Feb. 22, 2013, 10:22 AM
Another that feels your pain!

My left foot (knock on wood) is finally happy. Still working on the right foot.

Stretches, icing, anti-inflammatories helped a little but really did not make it go away. The thing that did the most good, custom inserts with a great arch support. I wear them all the time (I only have one set so I have to switch them around depending on shoes) I am out, in the house I wear my Birkenstocks.

Next visit I believe we are injecting the right (still painful but not as bad) foot.

Feb. 22, 2013, 10:29 AM
I had horrible plantar fasciitis. I was diagnosed with Lyme, Babesia and Bartonella and once treatment started, it disappeared.

Feb. 22, 2013, 10:33 AM
Timely thread as I'm suffering miserably with it right now in my right foot. Anti-inflammatories, rolling frozen bottle of water with foot, stretches, and big arch supports have helped a bit, but not much. Am to the point of considering injections. PF SUCKS!

Feb. 22, 2013, 10:52 AM
it's an overuse injury to the attachment of the plantar fascii to your heel. The plantar fascii is the springy structure the bottom of your foot that is supposed to absorb the shock of your weight coming down on it and then rebound and use that energy to help throw you back up off the ground.
Two categories of people tend to get it: overweight unfit people, and people who suddenly increase or change their exercise routine.
Essentially, your foot is too weak for what you're asking it to do.
The cure and prevention is to stretch AND strengthen your feet. Many people never pay any attention to their feet when they work out, so they exercise the rest of the body, and forget about the feet muscles.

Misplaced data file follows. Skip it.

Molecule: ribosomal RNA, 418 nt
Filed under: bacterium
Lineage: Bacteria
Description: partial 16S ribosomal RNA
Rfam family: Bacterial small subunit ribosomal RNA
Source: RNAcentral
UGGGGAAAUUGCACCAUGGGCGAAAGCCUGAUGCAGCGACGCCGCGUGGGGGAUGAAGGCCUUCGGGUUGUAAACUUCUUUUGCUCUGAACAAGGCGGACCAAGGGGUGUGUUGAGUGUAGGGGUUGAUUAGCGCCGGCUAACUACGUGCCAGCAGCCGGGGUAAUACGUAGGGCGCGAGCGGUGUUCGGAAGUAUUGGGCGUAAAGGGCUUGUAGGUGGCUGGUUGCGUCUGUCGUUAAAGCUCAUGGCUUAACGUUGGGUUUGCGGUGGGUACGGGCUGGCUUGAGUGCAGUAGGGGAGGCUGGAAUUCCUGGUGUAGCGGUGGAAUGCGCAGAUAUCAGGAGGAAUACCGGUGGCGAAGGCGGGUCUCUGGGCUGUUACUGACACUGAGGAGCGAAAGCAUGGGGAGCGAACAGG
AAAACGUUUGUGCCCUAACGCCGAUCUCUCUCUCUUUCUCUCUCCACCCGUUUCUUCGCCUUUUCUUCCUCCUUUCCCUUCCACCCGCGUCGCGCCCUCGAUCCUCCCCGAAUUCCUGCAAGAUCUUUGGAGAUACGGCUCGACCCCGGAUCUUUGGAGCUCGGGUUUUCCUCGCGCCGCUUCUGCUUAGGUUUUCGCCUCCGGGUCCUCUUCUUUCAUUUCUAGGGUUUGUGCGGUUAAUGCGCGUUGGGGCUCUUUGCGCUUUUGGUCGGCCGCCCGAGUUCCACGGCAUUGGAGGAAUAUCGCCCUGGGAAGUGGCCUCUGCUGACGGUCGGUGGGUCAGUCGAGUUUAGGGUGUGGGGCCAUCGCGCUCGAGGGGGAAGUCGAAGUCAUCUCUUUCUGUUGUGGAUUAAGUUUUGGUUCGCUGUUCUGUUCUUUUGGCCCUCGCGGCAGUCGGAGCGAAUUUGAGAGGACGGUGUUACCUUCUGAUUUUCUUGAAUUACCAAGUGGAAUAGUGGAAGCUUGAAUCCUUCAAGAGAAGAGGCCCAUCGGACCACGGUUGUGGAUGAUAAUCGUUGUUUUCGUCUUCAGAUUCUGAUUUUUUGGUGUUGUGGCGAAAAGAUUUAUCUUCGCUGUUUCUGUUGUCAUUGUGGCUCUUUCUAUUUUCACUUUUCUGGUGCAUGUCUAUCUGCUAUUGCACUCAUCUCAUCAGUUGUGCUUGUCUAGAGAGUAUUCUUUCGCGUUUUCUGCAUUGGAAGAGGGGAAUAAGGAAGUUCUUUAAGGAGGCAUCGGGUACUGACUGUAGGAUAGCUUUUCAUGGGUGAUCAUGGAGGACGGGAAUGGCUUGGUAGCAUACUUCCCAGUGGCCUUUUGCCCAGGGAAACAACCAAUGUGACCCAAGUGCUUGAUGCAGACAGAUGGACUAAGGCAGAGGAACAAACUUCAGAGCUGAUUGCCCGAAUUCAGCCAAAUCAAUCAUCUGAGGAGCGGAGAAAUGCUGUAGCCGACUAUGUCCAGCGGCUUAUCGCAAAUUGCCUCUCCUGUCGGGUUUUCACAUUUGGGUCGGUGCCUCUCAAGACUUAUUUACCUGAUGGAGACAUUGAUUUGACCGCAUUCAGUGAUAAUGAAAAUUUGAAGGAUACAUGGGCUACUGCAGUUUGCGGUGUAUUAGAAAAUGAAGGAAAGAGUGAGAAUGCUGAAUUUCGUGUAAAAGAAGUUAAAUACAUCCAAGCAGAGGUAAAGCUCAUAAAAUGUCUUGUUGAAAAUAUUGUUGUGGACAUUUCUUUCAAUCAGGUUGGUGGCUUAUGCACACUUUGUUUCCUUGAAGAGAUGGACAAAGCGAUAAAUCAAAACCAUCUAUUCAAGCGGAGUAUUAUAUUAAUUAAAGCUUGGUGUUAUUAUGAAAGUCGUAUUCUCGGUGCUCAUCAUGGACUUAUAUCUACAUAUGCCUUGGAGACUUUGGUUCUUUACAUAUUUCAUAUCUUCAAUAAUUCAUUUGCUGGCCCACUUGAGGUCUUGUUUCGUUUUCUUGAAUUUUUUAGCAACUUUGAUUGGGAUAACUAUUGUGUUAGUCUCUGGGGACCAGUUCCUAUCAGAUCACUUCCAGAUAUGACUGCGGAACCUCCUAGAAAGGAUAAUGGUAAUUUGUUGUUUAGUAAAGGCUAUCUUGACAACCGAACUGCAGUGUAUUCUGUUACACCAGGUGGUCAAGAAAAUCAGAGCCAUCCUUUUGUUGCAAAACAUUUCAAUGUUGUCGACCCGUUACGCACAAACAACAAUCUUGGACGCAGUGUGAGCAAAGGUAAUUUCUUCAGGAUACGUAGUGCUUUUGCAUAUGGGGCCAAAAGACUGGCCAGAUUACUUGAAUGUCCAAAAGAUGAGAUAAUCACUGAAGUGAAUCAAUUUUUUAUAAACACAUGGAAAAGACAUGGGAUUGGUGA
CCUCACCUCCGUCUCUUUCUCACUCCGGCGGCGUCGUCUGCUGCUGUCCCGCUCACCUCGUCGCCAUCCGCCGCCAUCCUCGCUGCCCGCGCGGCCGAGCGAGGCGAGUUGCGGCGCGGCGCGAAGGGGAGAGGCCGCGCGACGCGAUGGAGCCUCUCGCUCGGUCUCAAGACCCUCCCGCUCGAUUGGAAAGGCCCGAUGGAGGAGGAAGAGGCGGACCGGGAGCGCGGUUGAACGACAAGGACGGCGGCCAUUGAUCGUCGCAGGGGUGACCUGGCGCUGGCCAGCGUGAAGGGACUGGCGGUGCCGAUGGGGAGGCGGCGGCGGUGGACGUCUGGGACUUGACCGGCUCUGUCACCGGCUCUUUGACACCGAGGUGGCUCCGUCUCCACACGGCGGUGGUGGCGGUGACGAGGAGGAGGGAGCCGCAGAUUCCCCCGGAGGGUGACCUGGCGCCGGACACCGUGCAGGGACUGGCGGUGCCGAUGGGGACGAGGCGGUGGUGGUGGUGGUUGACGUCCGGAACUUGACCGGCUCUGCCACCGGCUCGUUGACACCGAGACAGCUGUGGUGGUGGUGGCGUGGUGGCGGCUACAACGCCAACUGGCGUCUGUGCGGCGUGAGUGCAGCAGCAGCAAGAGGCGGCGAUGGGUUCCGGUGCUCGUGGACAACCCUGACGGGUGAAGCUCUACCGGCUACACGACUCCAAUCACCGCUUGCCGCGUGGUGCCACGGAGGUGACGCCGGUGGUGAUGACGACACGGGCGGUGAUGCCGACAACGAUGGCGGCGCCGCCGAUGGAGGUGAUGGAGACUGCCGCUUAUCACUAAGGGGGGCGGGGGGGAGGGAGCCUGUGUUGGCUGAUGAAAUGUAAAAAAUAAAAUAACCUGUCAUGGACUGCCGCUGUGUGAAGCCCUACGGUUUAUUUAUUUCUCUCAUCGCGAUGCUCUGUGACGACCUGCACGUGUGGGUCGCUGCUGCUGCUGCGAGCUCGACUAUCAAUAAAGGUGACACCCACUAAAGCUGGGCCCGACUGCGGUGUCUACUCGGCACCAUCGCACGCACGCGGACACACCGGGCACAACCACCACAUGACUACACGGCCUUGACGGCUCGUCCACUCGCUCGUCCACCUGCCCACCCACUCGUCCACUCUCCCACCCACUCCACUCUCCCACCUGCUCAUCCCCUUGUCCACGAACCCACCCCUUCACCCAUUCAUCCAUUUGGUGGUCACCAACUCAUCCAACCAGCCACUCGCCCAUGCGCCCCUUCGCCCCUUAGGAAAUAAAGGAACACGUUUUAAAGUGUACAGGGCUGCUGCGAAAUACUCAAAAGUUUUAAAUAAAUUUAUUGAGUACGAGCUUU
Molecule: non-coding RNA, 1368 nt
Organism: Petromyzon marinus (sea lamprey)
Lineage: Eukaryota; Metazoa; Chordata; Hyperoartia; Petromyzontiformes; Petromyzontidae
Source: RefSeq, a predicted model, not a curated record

If you habitually wear "supportive" shoes with lots of padding, especially "arch supports", your shoes are preventing your feet from functioning normally, so they get weaker over time.
There are all kinds of treatments that have been invented in an attempt to quickly cure the pain of this condition, but really, none of them work other than stretching and strengthening. The condition tends to just resolve on its own after some months, so many people are convinced they "cured" it- whatever cure they tried last, right before it resolved on its own, appears to have cured it.
Don't get a corticosteroid shot. All it does is cover up the pain- it doesn't cure anything. And they weaken the tendons, and sometimes they end up rupturing as a consequence of getting these shots, especially if you get several shots in the same location.

Feb. 22, 2013, 11:21 AM
Wendy, since you point out that strengthening your feet is the best cure of all and how none of us do it, why not give us a clue on how to go about strengthening in a way that will help the situation?

Feb. 22, 2013, 11:35 AM
surpass several times a day

New Balance. That is all I wear. They are expensive and I have to buy a new pair every 6 months or so but with Surpass and my super sneakers I'm pain free.

I was wearing Sketchers for the longest time and I happened across a BF who worked for New Balance. He gave me the truth about sneakers. Put me in the size I actually needed (extra narrow) and POOF! I'm good to go.

You can also buy traction arch supports from any local medical supply store.

Feb. 22, 2013, 11:37 AM
Yes, I have had it badly in both feet at the same time (to the point I could barely get out of bed in the a.m.). Here is what worked for me:

Went to a good athletic therapist. She had me doing calf stretches a few times per day and did some manual therapy on my feet. She said there was a lot of scar tissue built up and she had to manually break it up. Not gonna lie, it was painful. She followed up the manual therapy with ultra sound. I then went home and iced my feet. She had me fill water bottles with water, freeze then and then roll them under my arches.

I was also instructed to roll a tennis ball under my feet and, as therapy went on, progress to a golf ball. Again, painful at first but I actually came to enjoy it.

Arch support is important, I had custom orthotics made and initally wore them all the time. I still keep a pair in my running shoes, my paddock boots and my Blundstones.

I have progressed to the point that I don't have to wear orthotics in my every day shoes but I don't go barefoot, I wear Birkenstocks in the house. I never wear flip flops.